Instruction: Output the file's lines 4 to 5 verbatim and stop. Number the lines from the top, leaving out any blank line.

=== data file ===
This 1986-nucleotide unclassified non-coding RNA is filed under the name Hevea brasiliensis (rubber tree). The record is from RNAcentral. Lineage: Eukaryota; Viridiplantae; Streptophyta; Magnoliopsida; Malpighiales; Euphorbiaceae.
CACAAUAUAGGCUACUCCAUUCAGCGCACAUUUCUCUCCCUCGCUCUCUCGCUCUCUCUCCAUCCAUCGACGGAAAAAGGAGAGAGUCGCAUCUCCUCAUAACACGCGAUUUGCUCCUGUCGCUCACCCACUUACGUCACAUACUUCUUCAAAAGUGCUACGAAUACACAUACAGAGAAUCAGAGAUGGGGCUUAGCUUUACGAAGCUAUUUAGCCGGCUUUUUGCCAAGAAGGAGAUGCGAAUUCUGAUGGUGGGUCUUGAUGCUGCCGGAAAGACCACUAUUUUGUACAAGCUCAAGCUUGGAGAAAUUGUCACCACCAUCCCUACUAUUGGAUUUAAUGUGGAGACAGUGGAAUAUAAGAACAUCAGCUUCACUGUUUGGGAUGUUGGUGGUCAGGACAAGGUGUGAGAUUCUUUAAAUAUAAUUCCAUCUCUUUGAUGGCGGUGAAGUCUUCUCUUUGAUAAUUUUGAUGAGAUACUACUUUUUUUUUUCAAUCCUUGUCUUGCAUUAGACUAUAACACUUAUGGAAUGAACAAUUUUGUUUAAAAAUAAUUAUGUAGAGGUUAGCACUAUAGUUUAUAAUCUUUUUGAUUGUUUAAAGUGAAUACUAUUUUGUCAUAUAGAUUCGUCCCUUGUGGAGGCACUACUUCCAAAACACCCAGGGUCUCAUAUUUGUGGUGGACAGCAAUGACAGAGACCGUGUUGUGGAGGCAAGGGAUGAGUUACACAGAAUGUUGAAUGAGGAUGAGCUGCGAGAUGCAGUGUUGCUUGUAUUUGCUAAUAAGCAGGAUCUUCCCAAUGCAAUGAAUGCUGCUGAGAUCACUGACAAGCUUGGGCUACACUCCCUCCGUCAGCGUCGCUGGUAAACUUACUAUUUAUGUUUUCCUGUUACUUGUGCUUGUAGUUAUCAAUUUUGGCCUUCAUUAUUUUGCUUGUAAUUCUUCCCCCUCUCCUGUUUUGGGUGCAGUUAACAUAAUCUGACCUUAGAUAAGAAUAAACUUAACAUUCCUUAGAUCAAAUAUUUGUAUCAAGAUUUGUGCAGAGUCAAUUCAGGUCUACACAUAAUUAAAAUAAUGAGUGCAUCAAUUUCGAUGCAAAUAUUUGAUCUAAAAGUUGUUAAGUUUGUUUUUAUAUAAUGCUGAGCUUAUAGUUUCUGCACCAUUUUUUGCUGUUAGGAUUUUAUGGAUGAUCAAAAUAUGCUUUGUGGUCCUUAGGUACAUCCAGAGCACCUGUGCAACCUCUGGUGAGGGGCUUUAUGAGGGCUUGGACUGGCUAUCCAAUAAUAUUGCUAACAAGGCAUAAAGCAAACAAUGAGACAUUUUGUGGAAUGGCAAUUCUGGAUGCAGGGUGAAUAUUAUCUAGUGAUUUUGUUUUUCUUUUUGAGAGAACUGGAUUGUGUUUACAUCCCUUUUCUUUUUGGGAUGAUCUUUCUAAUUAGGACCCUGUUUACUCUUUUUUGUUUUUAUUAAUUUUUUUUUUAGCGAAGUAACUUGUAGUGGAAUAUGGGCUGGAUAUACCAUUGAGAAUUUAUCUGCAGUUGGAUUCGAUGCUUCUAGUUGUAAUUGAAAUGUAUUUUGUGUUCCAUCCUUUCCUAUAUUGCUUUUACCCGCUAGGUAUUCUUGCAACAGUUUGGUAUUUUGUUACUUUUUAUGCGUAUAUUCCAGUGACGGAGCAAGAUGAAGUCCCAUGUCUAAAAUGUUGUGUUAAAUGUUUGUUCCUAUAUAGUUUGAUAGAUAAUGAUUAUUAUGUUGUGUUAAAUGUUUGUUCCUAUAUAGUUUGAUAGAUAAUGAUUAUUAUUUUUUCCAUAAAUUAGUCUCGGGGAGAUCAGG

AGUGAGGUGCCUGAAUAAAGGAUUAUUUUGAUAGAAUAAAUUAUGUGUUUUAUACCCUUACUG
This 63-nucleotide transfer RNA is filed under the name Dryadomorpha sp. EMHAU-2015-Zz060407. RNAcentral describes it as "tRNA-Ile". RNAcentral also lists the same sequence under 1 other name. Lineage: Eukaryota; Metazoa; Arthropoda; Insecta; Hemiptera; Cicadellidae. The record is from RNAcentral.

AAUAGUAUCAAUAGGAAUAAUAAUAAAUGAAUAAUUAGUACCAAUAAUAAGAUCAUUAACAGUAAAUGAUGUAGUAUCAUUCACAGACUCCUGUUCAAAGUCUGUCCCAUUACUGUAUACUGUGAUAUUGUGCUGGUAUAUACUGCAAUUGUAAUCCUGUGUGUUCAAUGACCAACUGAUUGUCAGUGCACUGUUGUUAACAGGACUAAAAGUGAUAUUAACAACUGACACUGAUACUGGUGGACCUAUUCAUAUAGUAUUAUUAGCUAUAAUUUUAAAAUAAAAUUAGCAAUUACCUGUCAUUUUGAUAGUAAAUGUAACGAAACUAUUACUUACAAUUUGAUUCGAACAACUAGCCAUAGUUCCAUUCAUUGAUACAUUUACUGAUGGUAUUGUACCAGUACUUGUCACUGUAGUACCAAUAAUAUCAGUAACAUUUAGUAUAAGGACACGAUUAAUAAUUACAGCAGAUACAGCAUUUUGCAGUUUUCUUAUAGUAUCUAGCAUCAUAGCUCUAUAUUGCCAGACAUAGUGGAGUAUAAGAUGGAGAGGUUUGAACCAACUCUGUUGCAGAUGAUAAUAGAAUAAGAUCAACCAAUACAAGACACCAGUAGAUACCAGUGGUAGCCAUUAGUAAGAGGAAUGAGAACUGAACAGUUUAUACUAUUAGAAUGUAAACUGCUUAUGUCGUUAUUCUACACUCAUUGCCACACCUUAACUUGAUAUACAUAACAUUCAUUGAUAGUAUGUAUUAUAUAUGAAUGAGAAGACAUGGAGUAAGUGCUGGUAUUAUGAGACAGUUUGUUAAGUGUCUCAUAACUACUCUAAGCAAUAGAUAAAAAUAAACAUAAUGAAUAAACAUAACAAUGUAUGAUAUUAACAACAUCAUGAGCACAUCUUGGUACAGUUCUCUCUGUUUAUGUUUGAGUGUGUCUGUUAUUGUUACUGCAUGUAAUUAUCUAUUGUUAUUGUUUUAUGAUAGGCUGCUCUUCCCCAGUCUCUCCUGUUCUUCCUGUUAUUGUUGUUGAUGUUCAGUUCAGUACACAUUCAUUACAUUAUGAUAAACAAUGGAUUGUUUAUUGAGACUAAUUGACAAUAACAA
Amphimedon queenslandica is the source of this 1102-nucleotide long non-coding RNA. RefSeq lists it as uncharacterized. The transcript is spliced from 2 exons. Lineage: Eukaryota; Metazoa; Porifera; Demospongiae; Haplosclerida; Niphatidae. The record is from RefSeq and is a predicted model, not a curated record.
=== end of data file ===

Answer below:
This 63-nucleotide transfer RNA is filed under the name Dryadomorpha sp. EMHAU-2015-Zz060407. RNAcentral describes it as "tRNA-Ile". RNAcentral also lists the same sequence under 1 other name. Lineage: Eukaryota; Metazoa; Arthropoda; Insecta; Hemiptera; Cicadellidae. The record is from RNAcentral.

AAUAGUAUCAAUAGGAAUAAUAAUAAAUGAAUAAUUAGUACCAAUAAUAAGAUCAUUAACAGUAAAUGAUGUAGUAUCAUUCACAGACUCCUGUUCAAAGUCUGUCCCAUUACUGUAUACUGUGAUAUUGUGCUGGUAUAUACUGCAAUUGUAAUCCUGUGUGUUCAAUGACCAACUGAUUGUCAGUGCACUGUUGUUAACAGGACUAAAAGUGAUAUUAACAACUGACACUGAUACUGGUGGACCUAUUCAUAUAGUAUUAUUAGCUAUAAUUUUAAAAUAAAAUUAGCAAUUACCUGUCAUUUUGAUAGUAAAUGUAACGAAACUAUUACUUACAAUUUGAUUCGAACAACUAGCCAUAGUUCCAUUCAUUGAUACAUUUACUGAUGGUAUUGUACCAGUACUUGUCACUGUAGUACCAAUAAUAUCAGUAACAUUUAGUAUAAGGACACGAUUAAUAAUUACAGCAGAUACAGCAUUUUGCAGUUUUCUUAUAGUAUCUAGCAUCAUAGCUCUAUAUUGCCAGACAUAGUGGAGUAUAAGAUGGAGAGGUUUGAACCAACUCUGUUGCAGAUGAUAAUAGAAUAAGAUCAACCAAUACAAGACACCAGUAGAUACCAGUGGUAGCCAUUAGUAAGAGGAAUGAGAACUGAACAGUUUAUACUAUUAGAAUGUAAACUGCUUAUGUCGUUAUUCUACACUCAUUGCCACACCUUAACUUGAUAUACAUAACAUUCAUUGAUAGUAUGUAUUAUAUAUGAAUGAGAAGACAUGGAGUAAGUGCUGGUAUUAUGAGACAGUUUGUUAAGUGUCUCAUAACUACUCUAAGCAAUAGAUAAAAAUAAACAUAAUGAAUAAACAUAACAAUGUAUGAUAUUAACAACAUCAUGAGCACAUCUUGGUACAGUUCUCUCUGUUUAUGUUUGAGUGUGUCUGUUAUUGUUACUGCAUGUAAUUAUCUAUUGUUAUUGUUUUAUGAUAGGCUGCUCUUCCCCAGUCUCUCCUGUUCUUCCUGUUAUUGUUGUUGAUGUUCAGUUCAGUACACAUUCAUUACAUUAUGAUAAACAAUGGAUUGUUUAUUGAGACUAAUUGACAAUAACAA